Oct. 22 (Bloomberg) -- Pakistani Prime Minister Nawaz Sharif trumpeted record profits by Colgate-Palmolive Co. and Nestle SA to investors in the U.S. as he seeks to improve ties between the two nations and turn around a struggling economy.
Sharif, who will meet President Barack Obama tomorrow at the White House, told the U.S. Chamber of Commerce that his government was focused on providing a secure environment for investments. Pakistan wants good relations with the U.S. and its South Asian neighbors, he said.
“It is true that there have been difficulties in the recent past,” Sharif said, according to a transcript of his remarks, referring to ties with the U.S. “However, the important thing is that both sides have remained fully engaged, even in that difficult phase. Happily, we have been able to put the relationship back on a stable and upward trajectory.”
Sharif’s comments reflect his four-month-old government’s efforts to put aside differences with the U.S. over drone strikes in tribal areas in an effort to revive an economy hurt by power blackouts and a Taliban insurgency. Pakistan averted the risk of a default on its foreign debt after the Washington-based International Monetary Fund agreed to provide a three-year, $6.6 billion bailout package last month.
“For Sharif, the economy is the top priority,” said Rashid Ahmed Khan, a professor of international relations at the University of Sargodha in Punjab province. “Sharif knows this very well that the U.S. will not end its drone campaign as long as al-Qaeda remnants operate from Pakistan and his government is unable to enforce its control over the tribal belt. I don’t think he is going to push too hard on the drone issue.”
Profits at Nestle Pakistan Ltd., a unit of the world’s biggest food company, Colgate-Palmolive, the world’s largest toothpaste maker, and Unilever Pakistan Ltd. have touched record highs in the past two years. Nestle reported a 26 percent increase in earnings for the year ended December, while Unilever profit surged 34 percent in the same period. Colgate profits had surged 39 percent in the year ended June 2012.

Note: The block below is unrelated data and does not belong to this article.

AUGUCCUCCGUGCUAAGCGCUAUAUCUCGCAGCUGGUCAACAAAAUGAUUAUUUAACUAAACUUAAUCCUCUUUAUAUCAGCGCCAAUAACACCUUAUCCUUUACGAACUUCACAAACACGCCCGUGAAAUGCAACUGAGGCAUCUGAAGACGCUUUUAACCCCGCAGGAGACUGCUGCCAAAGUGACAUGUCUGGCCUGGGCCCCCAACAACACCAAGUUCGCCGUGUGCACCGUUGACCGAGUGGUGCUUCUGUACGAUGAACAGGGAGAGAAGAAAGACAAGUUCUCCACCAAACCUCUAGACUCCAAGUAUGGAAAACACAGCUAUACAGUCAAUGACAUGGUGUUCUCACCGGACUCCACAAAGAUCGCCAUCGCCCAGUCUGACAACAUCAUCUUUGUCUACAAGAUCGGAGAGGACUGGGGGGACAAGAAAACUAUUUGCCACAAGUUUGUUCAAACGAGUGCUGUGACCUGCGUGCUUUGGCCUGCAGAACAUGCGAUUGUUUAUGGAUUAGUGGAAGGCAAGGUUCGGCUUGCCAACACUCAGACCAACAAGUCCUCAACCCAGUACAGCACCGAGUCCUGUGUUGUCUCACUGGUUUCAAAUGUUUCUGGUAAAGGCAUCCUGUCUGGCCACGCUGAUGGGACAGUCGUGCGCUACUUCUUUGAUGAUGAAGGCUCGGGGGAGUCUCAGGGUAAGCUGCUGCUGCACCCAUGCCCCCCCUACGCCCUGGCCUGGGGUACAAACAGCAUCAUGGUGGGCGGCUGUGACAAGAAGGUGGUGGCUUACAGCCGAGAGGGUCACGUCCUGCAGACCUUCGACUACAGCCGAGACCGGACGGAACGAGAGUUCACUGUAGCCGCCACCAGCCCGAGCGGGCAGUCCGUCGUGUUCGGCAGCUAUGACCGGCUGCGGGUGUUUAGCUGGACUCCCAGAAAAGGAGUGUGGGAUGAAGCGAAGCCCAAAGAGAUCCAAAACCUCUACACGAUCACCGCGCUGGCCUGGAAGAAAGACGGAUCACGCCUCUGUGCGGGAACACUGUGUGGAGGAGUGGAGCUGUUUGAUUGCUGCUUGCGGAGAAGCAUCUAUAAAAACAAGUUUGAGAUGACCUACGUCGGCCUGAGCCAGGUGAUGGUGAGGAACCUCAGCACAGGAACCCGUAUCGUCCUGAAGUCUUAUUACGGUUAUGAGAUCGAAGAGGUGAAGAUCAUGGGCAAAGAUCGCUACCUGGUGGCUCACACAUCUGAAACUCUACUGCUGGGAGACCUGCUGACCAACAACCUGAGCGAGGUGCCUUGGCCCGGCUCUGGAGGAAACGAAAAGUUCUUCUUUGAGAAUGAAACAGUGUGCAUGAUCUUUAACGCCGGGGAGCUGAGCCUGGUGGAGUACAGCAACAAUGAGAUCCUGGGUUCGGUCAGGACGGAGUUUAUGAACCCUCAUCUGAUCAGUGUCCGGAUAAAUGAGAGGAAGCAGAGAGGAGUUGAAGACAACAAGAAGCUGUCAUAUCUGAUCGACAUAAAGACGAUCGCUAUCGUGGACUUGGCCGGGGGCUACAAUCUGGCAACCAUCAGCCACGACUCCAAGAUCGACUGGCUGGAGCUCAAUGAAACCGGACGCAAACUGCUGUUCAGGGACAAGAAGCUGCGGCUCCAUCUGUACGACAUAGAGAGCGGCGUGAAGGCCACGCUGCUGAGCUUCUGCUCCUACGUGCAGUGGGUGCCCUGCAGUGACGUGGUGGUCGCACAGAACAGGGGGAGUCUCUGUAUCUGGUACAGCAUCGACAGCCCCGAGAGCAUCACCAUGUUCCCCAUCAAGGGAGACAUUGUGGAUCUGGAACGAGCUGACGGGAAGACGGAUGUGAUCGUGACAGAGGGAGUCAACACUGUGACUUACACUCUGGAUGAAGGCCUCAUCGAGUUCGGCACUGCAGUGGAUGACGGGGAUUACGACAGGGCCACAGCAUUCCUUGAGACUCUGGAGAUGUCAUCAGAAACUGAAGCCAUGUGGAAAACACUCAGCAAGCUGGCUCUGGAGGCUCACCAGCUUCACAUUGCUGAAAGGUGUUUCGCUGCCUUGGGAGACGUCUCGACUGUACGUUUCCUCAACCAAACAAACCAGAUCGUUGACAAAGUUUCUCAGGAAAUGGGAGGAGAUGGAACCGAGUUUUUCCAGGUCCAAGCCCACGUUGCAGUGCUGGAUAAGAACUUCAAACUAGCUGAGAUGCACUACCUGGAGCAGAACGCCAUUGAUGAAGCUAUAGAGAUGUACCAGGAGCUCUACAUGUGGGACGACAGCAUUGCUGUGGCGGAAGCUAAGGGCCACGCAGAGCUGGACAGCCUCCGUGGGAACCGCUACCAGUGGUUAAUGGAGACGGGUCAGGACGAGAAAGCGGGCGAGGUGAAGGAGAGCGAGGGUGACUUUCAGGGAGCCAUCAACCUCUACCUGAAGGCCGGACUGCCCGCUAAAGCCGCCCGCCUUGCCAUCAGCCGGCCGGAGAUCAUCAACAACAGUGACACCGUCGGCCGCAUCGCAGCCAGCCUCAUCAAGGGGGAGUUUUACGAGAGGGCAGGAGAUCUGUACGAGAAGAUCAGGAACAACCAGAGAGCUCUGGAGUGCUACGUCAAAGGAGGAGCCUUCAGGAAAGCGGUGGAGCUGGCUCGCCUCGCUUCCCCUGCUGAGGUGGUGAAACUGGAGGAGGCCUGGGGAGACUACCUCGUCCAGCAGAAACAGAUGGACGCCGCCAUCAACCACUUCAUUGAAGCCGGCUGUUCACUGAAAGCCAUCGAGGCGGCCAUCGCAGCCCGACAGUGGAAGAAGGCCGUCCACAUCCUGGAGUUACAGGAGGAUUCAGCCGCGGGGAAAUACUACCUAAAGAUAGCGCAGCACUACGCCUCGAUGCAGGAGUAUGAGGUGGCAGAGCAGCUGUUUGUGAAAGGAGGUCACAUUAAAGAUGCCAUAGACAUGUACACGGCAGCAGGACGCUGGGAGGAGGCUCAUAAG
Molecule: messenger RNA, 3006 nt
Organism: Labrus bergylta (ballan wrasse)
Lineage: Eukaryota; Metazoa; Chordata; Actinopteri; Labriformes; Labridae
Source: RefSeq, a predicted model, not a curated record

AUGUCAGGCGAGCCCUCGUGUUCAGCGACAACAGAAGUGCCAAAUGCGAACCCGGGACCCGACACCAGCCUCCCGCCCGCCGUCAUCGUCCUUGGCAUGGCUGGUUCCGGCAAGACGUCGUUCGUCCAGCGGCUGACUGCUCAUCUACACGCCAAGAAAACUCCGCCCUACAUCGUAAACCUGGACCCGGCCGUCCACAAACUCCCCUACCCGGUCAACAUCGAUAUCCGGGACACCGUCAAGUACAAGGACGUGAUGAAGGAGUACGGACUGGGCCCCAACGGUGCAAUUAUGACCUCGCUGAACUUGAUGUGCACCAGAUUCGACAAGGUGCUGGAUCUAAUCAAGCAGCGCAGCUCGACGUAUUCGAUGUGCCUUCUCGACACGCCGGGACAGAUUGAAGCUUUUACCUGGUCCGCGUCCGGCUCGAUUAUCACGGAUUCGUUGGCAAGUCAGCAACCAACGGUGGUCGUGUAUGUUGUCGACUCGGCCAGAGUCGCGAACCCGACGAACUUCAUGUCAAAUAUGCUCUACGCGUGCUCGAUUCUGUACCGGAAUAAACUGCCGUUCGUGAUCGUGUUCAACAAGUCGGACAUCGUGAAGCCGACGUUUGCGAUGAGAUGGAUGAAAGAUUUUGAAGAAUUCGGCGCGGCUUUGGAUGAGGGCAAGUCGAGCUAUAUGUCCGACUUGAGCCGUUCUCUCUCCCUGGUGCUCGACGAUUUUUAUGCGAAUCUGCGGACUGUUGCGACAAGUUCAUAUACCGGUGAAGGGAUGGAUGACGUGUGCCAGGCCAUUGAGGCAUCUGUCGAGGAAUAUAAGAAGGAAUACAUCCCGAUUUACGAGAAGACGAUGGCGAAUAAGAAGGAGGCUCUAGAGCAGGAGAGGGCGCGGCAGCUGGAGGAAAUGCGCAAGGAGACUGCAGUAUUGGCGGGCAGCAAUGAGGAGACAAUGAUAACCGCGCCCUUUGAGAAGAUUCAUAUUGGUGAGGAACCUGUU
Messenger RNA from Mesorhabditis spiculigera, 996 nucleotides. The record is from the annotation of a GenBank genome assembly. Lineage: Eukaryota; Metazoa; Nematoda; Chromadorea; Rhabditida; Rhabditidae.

“At a time when most countries confront the worrisome prospect of greying populations and the burden of demographics fatigue, Pakistan faces no such challenge,” Sharif said. “Nearly sixty percent of our population is under the age of thirty, thus offering huge demographic dividends.”
Pakistan is the world’s sixth most-populous nation with about 193 million people. Sharif, a former businessman, is moving to overhaul the economy through share sales of state-run companies and improved infrastructure to expand the economy by more than 6 percent in the 2016 fiscal year, up from an estimated 3.6 percent in the year ended June 30.
Relations with the U.S. remain delicate after a tumultuous 2011, when an American raid killed al-Qaeda leader Osama bin Laden, who was living in a compound in Abbottabad, Pakistan. The deaths of two dozen Pakistani soldiers by U.S. helicopters soon after compounded the falling out, prompting Pakistan to close supply routes for American forces in Afghanistan for more than six months.
Sharif strongly opposed the U.S. drone attacks in Pakistani tribal areas during his election campaign and promised to halt the program run by the Central Intelligence Agency that targets al-Qaeda, Taliban and other militants operating near the Afghanistan border.
London-based Amnesty International said in a report released today that the U.S. drone strikes have killed civilians. The group, which reviewed 45 known drone strikes that took place in northwestern Pakistan between January 2012 and August 2013, found that a 68-year grandmother and 18 laborers were among those killed in multiple attacks.
“The U.S. has carried out unlawful killings in Pakistan through drone attacks, some of which could even amount to war crimes,” the group said, demanding information about investigations into the deaths and calling on the Obama administration to explain the legal basis for the strikes.
The U.S. plans to give Pakistan $1.6 billion in security and civilian assistance that had been held over from previous years, State Department spokeswoman Marie Harf told reporters in Washington yesterday. The funds would partly go to help Pakistan’s military fight al-Qaeda in western border regions, she said.
“The prime minister’s official visit comes as we are strengthening U.S.-Pakistan relations,” White House spokesman Jay Carney told reporters yesterday. “We want to find ways for our countries to cooperate even as we have differences on some issues,” he said.
Pakistani Taliban and allied groups have killed more than 1,200 civilians, soldiers and police this year, according to Sharif’s government. The escalation in violence since Sharif took office will remain a main concern for the Obama administration as Pakistan appears unable to tackle militants operating from its tribal areas, according Talat Masood, a retired lieutenant general and analyst based in Islamabad.
“Obama will be asking Sharif to clean the house, especially the security situation,” said Masood in a phone interview. “Americans want Sharif to deal firmly with insurgents who they think use Pakistani territory to attack Western forces in Afghanistan.”
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